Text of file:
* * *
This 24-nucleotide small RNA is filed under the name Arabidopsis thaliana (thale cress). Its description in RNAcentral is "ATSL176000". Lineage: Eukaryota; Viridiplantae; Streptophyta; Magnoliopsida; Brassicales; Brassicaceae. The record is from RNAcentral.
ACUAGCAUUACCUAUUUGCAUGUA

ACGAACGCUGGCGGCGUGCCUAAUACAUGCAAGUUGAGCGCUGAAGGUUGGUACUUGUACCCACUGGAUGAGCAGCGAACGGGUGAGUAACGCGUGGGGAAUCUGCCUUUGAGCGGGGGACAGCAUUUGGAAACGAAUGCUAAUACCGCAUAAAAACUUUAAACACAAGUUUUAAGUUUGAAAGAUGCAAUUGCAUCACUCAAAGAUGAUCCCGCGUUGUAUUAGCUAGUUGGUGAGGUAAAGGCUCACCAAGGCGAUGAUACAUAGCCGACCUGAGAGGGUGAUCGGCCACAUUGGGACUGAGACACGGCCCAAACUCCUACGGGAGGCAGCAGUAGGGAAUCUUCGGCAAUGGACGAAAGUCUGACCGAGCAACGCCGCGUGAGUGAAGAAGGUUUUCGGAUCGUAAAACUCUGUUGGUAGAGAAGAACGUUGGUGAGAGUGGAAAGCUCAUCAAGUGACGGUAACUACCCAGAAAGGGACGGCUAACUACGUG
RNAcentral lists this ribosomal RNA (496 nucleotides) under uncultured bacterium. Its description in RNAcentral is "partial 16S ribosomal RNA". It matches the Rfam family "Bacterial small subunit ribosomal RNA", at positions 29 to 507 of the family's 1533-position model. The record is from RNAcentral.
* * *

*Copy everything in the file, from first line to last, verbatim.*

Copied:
This 24-nucleotide small RNA is filed under the name Arabidopsis thaliana (thale cress). Its description in RNAcentral is "ATSL176000". Lineage: Eukaryota; Viridiplantae; Streptophyta; Magnoliopsida; Brassicales; Brassicaceae. The record is from RNAcentral.
ACUAGCAUUACCUAUUUGCAUGUA

ACGAACGCUGGCGGCGUGCCUAAUACAUGCAAGUUGAGCGCUGAAGGUUGGUACUUGUACCCACUGGAUGAGCAGCGAACGGGUGAGUAACGCGUGGGGAAUCUGCCUUUGAGCGGGGGACAGCAUUUGGAAACGAAUGCUAAUACCGCAUAAAAACUUUAAACACAAGUUUUAAGUUUGAAAGAUGCAAUUGCAUCACUCAAAGAUGAUCCCGCGUUGUAUUAGCUAGUUGGUGAGGUAAAGGCUCACCAAGGCGAUGAUACAUAGCCGACCUGAGAGGGUGAUCGGCCACAUUGGGACUGAGACACGGCCCAAACUCCUACGGGAGGCAGCAGUAGGGAAUCUUCGGCAAUGGACGAAAGUCUGACCGAGCAACGCCGCGUGAGUGAAGAAGGUUUUCGGAUCGUAAAACUCUGUUGGUAGAGAAGAACGUUGGUGAGAGUGGAAAGCUCAUCAAGUGACGGUAACUACCCAGAAAGGGACGGCUAACUACGUG
RNAcentral lists this ribosomal RNA (496 nucleotides) under uncultured bacterium. Its description in RNAcentral is "partial 16S ribosomal RNA". It matches the Rfam family "Bacterial small subunit ribosomal RNA", at positions 29 to 507 of the family's 1533-position model. The record is from RNAcentral.